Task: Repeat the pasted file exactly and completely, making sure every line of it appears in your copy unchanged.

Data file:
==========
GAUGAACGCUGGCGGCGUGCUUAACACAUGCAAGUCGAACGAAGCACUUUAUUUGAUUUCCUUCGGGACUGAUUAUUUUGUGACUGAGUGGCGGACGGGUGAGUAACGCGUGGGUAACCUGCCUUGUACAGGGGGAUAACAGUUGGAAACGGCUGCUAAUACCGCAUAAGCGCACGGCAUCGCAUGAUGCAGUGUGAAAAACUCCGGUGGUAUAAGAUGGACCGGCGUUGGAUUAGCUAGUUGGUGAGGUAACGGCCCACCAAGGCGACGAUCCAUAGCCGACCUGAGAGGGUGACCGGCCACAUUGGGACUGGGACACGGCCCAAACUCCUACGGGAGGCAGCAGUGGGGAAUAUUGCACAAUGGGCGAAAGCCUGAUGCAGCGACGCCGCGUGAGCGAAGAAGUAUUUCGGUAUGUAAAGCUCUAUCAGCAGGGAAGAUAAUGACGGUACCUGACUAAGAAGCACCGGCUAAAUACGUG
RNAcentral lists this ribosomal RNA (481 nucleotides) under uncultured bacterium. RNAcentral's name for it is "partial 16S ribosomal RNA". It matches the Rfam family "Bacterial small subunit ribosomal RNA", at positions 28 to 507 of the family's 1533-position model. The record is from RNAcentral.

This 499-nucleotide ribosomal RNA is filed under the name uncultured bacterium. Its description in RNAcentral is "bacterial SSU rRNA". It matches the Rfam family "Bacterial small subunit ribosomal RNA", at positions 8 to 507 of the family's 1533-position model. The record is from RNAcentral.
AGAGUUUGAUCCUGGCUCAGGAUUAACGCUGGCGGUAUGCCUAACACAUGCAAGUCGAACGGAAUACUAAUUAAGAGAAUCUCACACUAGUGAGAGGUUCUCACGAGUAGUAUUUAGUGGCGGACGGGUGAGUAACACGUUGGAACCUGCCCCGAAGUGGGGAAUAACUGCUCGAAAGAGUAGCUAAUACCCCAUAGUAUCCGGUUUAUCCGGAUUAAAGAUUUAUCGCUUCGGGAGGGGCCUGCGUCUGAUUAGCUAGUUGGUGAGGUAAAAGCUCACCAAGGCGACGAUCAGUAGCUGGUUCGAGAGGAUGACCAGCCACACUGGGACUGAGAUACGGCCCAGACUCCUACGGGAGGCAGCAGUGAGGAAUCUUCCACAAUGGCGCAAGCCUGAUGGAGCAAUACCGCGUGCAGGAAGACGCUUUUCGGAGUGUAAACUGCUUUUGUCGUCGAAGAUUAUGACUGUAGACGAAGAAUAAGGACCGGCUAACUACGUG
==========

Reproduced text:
GAUGAACGCUGGCGGCGUGCUUAACACAUGCAAGUCGAACGAAGCACUUUAUUUGAUUUCCUUCGGGACUGAUUAUUUUGUGACUGAGUGGCGGACGGGUGAGUAACGCGUGGGUAACCUGCCUUGUACAGGGGGAUAACAGUUGGAAACGGCUGCUAAUACCGCAUAAGCGCACGGCAUCGCAUGAUGCAGUGUGAAAAACUCCGGUGGUAUAAGAUGGACCGGCGUUGGAUUAGCUAGUUGGUGAGGUAACGGCCCACCAAGGCGACGAUCCAUAGCCGACCUGAGAGGGUGACCGGCCACAUUGGGACUGGGACACGGCCCAAACUCCUACGGGAGGCAGCAGUGGGGAAUAUUGCACAAUGGGCGAAAGCCUGAUGCAGCGACGCCGCGUGAGCGAAGAAGUAUUUCGGUAUGUAAAGCUCUAUCAGCAGGGAAGAUAAUGACGGUACCUGACUAAGAAGCACCGGCUAAAUACGUG
RNAcentral lists this ribosomal RNA (481 nucleotides) under uncultured bacterium. RNAcentral's name for it is "partial 16S ribosomal RNA". It matches the Rfam family "Bacterial small subunit ribosomal RNA", at positions 28 to 507 of the family's 1533-position model. The record is from RNAcentral.

This 499-nucleotide ribosomal RNA is filed under the name uncultured bacterium. Its description in RNAcentral is "bacterial SSU rRNA". It matches the Rfam family "Bacterial small subunit ribosomal RNA", at positions 8 to 507 of the family's 1533-position model. The record is from RNAcentral.
AGAGUUUGAUCCUGGCUCAGGAUUAACGCUGGCGGUAUGCCUAACACAUGCAAGUCGAACGGAAUACUAAUUAAGAGAAUCUCACACUAGUGAGAGGUUCUCACGAGUAGUAUUUAGUGGCGGACGGGUGAGUAACACGUUGGAACCUGCCCCGAAGUGGGGAAUAACUGCUCGAAAGAGUAGCUAAUACCCCAUAGUAUCCGGUUUAUCCGGAUUAAAGAUUUAUCGCUUCGGGAGGGGCCUGCGUCUGAUUAGCUAGUUGGUGAGGUAAAAGCUCACCAAGGCGACGAUCAGUAGCUGGUUCGAGAGGAUGACCAGCCACACUGGGACUGAGAUACGGCCCAGACUCCUACGGGAGGCAGCAGUGAGGAAUCUUCCACAAUGGCGCAAGCCUGAUGGAGCAAUACCGCGUGCAGGAAGACGCUUUUCGGAGUGUAAACUGCUUUUGUCGUCGAAGAUUAUGACUGUAGACGAAGAAUAAGGACCGGCUAACUACGUG